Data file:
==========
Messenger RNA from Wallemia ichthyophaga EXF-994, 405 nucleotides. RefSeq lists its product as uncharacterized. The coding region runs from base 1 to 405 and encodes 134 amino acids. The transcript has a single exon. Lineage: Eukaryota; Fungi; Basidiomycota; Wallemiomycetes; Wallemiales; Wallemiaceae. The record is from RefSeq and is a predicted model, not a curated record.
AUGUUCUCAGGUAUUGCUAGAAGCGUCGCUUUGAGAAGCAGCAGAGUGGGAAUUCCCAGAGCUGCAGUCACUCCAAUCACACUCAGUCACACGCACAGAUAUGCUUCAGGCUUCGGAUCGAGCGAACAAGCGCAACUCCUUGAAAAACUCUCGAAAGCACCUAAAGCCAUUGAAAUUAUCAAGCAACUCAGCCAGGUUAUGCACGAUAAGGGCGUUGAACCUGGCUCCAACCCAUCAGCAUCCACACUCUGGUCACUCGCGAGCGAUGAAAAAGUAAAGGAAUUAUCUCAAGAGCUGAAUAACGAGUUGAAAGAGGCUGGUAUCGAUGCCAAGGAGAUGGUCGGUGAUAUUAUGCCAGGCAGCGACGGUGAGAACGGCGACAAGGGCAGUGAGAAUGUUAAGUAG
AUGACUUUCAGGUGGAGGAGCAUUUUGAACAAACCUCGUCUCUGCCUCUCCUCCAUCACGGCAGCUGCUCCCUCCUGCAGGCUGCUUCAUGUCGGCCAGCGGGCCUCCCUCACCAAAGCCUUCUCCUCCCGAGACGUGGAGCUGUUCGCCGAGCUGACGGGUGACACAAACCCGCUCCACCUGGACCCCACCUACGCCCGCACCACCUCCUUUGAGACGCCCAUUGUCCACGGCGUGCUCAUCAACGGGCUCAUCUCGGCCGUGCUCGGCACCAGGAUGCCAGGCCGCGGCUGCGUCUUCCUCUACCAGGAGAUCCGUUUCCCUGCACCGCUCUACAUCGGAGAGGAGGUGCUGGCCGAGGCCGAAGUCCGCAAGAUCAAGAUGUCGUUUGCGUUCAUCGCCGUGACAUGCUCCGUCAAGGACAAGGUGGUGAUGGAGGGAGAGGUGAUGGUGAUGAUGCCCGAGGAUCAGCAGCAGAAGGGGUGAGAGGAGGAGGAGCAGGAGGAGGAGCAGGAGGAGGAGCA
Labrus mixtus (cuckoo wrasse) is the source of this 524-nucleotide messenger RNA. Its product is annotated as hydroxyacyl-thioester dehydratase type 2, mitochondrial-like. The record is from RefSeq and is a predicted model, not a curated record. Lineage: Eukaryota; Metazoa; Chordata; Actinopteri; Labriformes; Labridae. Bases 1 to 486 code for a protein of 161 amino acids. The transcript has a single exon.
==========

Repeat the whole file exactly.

Messenger RNA from Wallemia ichthyophaga EXF-994, 405 nucleotides. RefSeq lists its product as uncharacterized. The coding region runs from base 1 to 405 and encodes 134 amino acids. The transcript has a single exon. Lineage: Eukaryota; Fungi; Basidiomycota; Wallemiomycetes; Wallemiales; Wallemiaceae. The record is from RefSeq and is a predicted model, not a curated record.
AUGUUCUCAGGUAUUGCUAGAAGCGUCGCUUUGAGAAGCAGCAGAGUGGGAAUUCCCAGAGCUGCAGUCACUCCAAUCACACUCAGUCACACGCACAGAUAUGCUUCAGGCUUCGGAUCGAGCGAACAAGCGCAACUCCUUGAAAAACUCUCGAAAGCACCUAAAGCCAUUGAAAUUAUCAAGCAACUCAGCCAGGUUAUGCACGAUAAGGGCGUUGAACCUGGCUCCAACCCAUCAGCAUCCACACUCUGGUCACUCGCGAGCGAUGAAAAAGUAAAGGAAUUAUCUCAAGAGCUGAAUAACGAGUUGAAAGAGGCUGGUAUCGAUGCCAAGGAGAUGGUCGGUGAUAUUAUGCCAGGCAGCGACGGUGAGAACGGCGACAAGGGCAGUGAGAAUGUUAAGUAG
AUGACUUUCAGGUGGAGGAGCAUUUUGAACAAACCUCGUCUCUGCCUCUCCUCCAUCACGGCAGCUGCUCCCUCCUGCAGGCUGCUUCAUGUCGGCCAGCGGGCCUCCCUCACCAAAGCCUUCUCCUCCCGAGACGUGGAGCUGUUCGCCGAGCUGACGGGUGACACAAACCCGCUCCACCUGGACCCCACCUACGCCCGCACCACCUCCUUUGAGACGCCCAUUGUCCACGGCGUGCUCAUCAACGGGCUCAUCUCGGCCGUGCUCGGCACCAGGAUGCCAGGCCGCGGCUGCGUCUUCCUCUACCAGGAGAUCCGUUUCCCUGCACCGCUCUACAUCGGAGAGGAGGUGCUGGCCGAGGCCGAAGUCCGCAAGAUCAAGAUGUCGUUUGCGUUCAUCGCCGUGACAUGCUCCGUCAAGGACAAGGUGGUGAUGGAGGGAGAGGUGAUGGUGAUGAUGCCCGAGGAUCAGCAGCAGAAGGGGUGAGAGGAGGAGGAGCAGGAGGAGGAGCAGGAGGAGGAGCA
Labrus mixtus (cuckoo wrasse) is the source of this 524-nucleotide messenger RNA. Its product is annotated as hydroxyacyl-thioester dehydratase type 2, mitochondrial-like. The record is from RefSeq and is a predicted model, not a curated record. Lineage: Eukaryota; Metazoa; Chordata; Actinopteri; Labriformes; Labridae. Bases 1 to 486 code for a protein of 161 amino acids. The transcript has a single exon.